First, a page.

14. We marked up dozens of ruled pages, a new color announcing the arrival of a new idea, numbers and line breaks separating that idea from those previous. At the end of each line, I left my mark—a single exclamation point—and formed its stem into the shape of a triangle. Simple punctuation could not communicate my conviction, my certainty. I shaded my exclamations thick. Sometimes, I drew two or three for affect—louder shouts into the void!
15. The logic of permanent marker.
16. The logic of the list, a form concerned with the failure of memory, a recipe broken down into its parts for the practical purpose of navigating the store. Of getting home with exactly what you need and not having to return.
17. The struggle to remember what I wrote in those lists, where I’ve kept them, or if.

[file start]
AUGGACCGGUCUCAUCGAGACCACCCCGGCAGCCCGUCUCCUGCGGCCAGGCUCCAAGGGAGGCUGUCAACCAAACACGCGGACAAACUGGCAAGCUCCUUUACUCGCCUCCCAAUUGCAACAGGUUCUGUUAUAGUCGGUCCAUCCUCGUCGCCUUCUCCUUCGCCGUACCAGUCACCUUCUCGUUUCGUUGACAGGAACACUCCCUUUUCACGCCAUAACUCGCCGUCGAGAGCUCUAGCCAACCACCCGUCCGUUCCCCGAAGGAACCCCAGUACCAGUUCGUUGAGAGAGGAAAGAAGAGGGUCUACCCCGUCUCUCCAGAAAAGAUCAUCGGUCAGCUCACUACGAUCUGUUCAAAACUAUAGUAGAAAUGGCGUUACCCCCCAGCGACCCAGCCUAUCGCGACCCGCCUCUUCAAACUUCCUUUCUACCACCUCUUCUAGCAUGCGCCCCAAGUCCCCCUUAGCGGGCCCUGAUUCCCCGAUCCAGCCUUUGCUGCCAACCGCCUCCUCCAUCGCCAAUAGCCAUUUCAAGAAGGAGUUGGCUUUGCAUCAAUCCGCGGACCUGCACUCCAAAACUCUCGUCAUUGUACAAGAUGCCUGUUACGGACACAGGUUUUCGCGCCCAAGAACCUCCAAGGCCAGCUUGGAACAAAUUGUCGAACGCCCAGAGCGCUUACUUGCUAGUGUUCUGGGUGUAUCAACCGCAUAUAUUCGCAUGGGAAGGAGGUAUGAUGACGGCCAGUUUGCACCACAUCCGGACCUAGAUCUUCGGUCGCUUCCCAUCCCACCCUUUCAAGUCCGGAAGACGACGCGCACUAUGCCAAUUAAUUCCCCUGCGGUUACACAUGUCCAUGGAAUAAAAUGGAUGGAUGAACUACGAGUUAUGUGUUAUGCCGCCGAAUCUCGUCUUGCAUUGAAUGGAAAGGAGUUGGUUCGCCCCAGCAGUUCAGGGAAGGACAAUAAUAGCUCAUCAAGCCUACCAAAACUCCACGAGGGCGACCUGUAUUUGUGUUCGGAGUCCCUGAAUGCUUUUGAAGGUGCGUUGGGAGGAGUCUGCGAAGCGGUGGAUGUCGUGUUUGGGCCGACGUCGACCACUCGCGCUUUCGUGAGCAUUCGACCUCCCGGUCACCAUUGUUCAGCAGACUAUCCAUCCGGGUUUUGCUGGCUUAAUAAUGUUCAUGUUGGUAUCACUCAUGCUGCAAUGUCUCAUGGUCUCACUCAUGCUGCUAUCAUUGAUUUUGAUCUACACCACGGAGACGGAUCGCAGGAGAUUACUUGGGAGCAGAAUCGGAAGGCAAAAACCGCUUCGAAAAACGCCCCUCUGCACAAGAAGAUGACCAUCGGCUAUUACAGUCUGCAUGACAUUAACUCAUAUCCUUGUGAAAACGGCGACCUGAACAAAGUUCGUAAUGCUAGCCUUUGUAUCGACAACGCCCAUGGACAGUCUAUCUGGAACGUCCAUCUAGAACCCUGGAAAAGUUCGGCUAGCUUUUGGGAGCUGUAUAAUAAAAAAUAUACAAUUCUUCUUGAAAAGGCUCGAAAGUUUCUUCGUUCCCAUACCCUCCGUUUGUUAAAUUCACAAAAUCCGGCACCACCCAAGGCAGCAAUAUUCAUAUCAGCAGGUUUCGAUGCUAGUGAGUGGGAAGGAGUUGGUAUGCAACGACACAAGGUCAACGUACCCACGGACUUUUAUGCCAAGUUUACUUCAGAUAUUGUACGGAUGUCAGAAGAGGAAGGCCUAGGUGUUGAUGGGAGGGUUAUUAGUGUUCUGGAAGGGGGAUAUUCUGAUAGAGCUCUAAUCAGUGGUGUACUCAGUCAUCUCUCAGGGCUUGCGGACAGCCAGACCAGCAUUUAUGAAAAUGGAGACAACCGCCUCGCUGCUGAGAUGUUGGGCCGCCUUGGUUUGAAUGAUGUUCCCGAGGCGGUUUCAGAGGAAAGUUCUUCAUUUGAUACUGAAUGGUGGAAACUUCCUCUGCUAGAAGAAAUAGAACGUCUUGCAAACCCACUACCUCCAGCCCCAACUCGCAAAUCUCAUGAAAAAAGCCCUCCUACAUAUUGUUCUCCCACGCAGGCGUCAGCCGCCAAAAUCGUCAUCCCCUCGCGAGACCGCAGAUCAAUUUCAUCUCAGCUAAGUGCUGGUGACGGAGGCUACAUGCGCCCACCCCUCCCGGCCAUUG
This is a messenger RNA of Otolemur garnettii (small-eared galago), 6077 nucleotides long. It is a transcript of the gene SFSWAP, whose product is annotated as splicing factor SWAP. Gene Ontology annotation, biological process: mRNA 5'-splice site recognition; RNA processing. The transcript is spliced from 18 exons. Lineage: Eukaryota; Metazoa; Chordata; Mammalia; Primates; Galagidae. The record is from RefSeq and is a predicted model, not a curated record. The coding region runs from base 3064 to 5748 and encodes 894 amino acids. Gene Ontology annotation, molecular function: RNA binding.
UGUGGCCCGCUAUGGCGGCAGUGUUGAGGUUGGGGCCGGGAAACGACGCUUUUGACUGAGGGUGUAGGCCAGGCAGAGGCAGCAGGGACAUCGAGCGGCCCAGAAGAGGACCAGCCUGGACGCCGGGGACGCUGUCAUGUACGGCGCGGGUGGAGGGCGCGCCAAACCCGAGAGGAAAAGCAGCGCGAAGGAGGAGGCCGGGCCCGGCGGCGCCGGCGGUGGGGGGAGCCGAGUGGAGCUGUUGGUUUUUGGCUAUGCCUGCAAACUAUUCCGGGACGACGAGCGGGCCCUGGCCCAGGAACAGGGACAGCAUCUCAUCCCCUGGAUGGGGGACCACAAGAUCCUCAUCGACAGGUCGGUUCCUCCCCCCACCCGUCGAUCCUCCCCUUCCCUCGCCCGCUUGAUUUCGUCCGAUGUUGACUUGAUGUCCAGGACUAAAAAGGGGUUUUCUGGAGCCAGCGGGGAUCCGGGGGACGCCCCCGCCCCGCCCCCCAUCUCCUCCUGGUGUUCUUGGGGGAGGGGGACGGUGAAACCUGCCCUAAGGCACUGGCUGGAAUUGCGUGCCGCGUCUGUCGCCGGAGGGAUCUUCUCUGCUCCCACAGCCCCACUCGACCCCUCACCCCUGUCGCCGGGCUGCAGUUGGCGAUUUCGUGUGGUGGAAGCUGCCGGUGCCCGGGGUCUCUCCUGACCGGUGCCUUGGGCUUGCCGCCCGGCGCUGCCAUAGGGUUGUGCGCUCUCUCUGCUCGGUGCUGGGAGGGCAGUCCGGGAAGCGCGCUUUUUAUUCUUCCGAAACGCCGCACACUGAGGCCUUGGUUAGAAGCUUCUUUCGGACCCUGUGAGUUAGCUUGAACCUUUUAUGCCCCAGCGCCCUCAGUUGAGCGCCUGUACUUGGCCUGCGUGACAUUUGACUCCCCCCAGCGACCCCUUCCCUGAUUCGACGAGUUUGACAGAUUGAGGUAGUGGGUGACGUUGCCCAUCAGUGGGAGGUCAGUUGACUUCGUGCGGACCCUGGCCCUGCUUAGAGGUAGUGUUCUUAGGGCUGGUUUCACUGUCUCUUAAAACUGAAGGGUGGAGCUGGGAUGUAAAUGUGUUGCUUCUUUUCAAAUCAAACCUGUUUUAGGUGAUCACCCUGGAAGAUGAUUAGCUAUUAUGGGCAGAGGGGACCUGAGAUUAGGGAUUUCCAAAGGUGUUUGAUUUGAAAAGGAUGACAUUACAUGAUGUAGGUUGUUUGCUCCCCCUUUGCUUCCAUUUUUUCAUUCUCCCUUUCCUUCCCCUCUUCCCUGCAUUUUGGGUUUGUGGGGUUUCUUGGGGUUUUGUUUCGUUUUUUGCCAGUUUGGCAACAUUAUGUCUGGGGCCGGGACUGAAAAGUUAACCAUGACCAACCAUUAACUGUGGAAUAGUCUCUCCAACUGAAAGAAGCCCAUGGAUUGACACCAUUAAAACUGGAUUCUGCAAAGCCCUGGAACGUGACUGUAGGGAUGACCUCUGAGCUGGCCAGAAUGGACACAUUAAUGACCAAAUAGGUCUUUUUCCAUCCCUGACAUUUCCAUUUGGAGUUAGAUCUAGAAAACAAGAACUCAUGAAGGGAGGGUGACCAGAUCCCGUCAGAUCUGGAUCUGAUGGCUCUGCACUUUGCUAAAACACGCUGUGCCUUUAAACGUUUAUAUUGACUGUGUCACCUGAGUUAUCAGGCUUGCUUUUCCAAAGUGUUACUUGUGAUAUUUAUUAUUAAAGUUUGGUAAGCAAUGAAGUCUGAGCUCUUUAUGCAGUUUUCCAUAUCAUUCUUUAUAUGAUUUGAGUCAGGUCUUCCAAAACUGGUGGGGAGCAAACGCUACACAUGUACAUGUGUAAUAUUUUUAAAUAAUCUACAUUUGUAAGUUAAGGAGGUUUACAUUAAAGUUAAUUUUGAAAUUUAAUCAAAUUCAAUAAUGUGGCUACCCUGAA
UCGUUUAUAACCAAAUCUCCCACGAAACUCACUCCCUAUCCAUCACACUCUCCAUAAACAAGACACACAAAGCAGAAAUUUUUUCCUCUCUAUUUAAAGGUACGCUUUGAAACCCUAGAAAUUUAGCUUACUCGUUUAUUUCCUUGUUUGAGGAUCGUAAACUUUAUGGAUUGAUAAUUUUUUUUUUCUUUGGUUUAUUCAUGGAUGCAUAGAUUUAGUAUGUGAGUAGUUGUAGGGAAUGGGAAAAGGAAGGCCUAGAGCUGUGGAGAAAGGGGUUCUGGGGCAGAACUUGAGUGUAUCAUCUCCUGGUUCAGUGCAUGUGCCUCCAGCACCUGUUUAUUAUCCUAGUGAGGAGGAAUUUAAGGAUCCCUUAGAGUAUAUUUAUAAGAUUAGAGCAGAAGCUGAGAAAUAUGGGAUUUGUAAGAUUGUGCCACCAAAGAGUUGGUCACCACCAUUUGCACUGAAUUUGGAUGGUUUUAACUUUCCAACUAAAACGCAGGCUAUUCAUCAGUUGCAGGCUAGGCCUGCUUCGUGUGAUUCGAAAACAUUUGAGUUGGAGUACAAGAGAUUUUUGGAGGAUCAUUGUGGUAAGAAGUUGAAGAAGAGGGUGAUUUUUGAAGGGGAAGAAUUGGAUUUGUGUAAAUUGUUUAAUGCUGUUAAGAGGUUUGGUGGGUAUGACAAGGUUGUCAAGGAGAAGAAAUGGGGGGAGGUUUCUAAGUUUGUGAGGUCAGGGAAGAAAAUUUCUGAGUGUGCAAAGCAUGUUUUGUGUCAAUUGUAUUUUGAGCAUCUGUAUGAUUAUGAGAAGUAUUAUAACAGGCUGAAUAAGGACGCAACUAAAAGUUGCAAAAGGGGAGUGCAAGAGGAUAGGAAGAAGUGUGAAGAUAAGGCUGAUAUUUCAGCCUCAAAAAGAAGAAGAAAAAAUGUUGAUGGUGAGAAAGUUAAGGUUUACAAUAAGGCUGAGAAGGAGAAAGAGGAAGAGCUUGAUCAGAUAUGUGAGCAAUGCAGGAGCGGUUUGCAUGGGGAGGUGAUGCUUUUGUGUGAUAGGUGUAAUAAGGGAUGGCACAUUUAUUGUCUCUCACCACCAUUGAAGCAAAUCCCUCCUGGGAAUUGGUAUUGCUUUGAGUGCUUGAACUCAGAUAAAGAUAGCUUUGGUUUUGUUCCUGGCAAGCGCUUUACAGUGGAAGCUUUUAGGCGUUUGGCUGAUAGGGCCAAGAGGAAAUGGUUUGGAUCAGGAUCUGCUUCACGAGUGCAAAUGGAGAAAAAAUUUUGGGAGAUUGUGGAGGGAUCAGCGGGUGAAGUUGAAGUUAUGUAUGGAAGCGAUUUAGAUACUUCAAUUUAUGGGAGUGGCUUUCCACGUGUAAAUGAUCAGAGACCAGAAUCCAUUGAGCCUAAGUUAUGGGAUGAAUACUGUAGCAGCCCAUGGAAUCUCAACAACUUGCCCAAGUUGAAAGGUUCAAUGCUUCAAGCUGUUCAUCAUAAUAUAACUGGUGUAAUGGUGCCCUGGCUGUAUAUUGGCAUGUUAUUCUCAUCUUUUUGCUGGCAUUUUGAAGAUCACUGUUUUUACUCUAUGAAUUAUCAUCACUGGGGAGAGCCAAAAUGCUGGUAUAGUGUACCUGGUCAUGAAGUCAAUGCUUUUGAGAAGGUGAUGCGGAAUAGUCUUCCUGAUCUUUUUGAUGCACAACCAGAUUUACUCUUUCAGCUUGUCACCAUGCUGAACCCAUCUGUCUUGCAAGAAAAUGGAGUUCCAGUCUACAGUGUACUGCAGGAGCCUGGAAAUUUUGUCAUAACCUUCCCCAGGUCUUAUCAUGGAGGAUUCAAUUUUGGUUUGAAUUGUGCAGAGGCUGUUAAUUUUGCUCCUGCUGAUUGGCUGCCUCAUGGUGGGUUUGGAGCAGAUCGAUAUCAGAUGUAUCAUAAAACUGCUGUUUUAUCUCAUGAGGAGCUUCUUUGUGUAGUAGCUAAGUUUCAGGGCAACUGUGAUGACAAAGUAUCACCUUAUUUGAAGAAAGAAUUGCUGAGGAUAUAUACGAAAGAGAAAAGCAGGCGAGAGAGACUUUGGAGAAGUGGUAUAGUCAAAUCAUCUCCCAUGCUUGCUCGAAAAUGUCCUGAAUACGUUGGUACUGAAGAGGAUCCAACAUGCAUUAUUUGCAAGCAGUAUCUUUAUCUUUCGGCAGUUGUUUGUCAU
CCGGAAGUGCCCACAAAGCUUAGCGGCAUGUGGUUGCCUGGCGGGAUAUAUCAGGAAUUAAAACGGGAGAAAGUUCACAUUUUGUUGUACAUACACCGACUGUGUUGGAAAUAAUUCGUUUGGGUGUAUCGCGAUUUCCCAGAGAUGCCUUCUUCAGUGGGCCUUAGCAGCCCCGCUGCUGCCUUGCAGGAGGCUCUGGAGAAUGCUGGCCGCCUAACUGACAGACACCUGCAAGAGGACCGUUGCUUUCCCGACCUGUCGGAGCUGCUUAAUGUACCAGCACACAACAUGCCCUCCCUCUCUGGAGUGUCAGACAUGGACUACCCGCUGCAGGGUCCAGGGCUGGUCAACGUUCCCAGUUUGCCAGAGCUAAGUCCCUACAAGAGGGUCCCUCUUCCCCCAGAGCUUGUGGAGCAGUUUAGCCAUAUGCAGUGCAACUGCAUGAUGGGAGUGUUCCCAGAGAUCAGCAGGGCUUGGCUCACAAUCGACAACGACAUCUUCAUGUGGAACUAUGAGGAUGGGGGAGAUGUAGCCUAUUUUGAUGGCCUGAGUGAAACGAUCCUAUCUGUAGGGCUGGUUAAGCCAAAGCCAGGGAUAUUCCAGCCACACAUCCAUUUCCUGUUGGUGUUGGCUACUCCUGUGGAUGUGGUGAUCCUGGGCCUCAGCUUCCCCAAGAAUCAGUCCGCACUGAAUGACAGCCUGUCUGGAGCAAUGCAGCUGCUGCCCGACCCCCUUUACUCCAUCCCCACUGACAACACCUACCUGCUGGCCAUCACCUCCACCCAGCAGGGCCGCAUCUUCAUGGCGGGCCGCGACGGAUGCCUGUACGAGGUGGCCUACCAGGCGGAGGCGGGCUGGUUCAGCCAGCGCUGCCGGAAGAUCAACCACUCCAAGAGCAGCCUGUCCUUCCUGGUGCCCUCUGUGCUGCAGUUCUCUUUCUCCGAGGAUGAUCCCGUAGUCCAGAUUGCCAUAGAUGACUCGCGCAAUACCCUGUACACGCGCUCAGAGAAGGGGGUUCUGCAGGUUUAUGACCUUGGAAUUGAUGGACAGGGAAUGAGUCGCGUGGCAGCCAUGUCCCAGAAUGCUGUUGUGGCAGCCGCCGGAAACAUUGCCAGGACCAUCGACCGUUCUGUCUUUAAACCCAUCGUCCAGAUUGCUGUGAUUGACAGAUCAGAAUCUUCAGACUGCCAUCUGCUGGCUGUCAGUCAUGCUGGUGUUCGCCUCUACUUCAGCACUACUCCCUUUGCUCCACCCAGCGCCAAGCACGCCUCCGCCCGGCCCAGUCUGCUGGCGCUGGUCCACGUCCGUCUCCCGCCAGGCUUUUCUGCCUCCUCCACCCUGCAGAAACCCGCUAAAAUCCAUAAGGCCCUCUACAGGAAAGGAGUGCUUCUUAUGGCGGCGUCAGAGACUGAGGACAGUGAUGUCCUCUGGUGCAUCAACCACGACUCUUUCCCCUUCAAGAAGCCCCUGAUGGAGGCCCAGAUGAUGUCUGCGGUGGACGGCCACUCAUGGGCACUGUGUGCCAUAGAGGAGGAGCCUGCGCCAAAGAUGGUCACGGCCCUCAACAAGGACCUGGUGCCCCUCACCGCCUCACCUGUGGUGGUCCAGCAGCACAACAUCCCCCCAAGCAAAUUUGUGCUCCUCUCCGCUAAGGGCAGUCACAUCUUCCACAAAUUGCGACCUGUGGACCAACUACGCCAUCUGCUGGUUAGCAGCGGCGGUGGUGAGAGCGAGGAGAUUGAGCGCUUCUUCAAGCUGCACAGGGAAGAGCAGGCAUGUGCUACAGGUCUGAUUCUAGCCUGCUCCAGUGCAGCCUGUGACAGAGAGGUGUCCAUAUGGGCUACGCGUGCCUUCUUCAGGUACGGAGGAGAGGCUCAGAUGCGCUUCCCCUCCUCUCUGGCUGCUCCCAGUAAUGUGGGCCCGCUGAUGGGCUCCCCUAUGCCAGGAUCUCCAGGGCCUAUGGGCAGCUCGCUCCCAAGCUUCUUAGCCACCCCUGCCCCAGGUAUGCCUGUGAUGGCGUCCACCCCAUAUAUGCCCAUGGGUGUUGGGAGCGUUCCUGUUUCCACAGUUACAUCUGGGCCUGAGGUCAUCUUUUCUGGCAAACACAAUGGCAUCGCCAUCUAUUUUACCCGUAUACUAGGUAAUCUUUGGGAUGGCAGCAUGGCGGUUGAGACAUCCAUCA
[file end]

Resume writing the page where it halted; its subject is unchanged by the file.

18. That I’ve forgotten the paper.
19. That I remember the game.
20. That I remember how it felt to be friends.
21. When we were kids, I probably didn’t write that, someday, I hoped to be driving a minivan down a rural highway in Nebraska just to see where it ends. And I probably didn’t prioritize my desire to wander the fields thirty-five miles from the rural hospital where I was born. I didn’t know that in those fields, a few acres of native prairie grasses remained.
22. This is the situation in which I find myself—the borrowed van, the grass, the highway ending as it does. Driving in the direction of the prairie reserve, a place I’ve never been, I come to a sign that signals a dead end. I’m forced to make a U-turn at the end of the gravel road.
23. I’m not sure how it happened, but I’ve ventured beyond what I came to see. The end of the road, the limitless sky—I still haven’t found our prairie.
24. The illusion that, along with our families, we lived on the prairie. In school, we studied pictures and drawings, watched movies and read first-hand accounts. Books about little houses made their way from backpack to backpack and girl to girl. The land, we believed, had never really changed. What we didn’t understand was that the prairie couldn’t have been further from our experience—by the time we were born, a mere memory.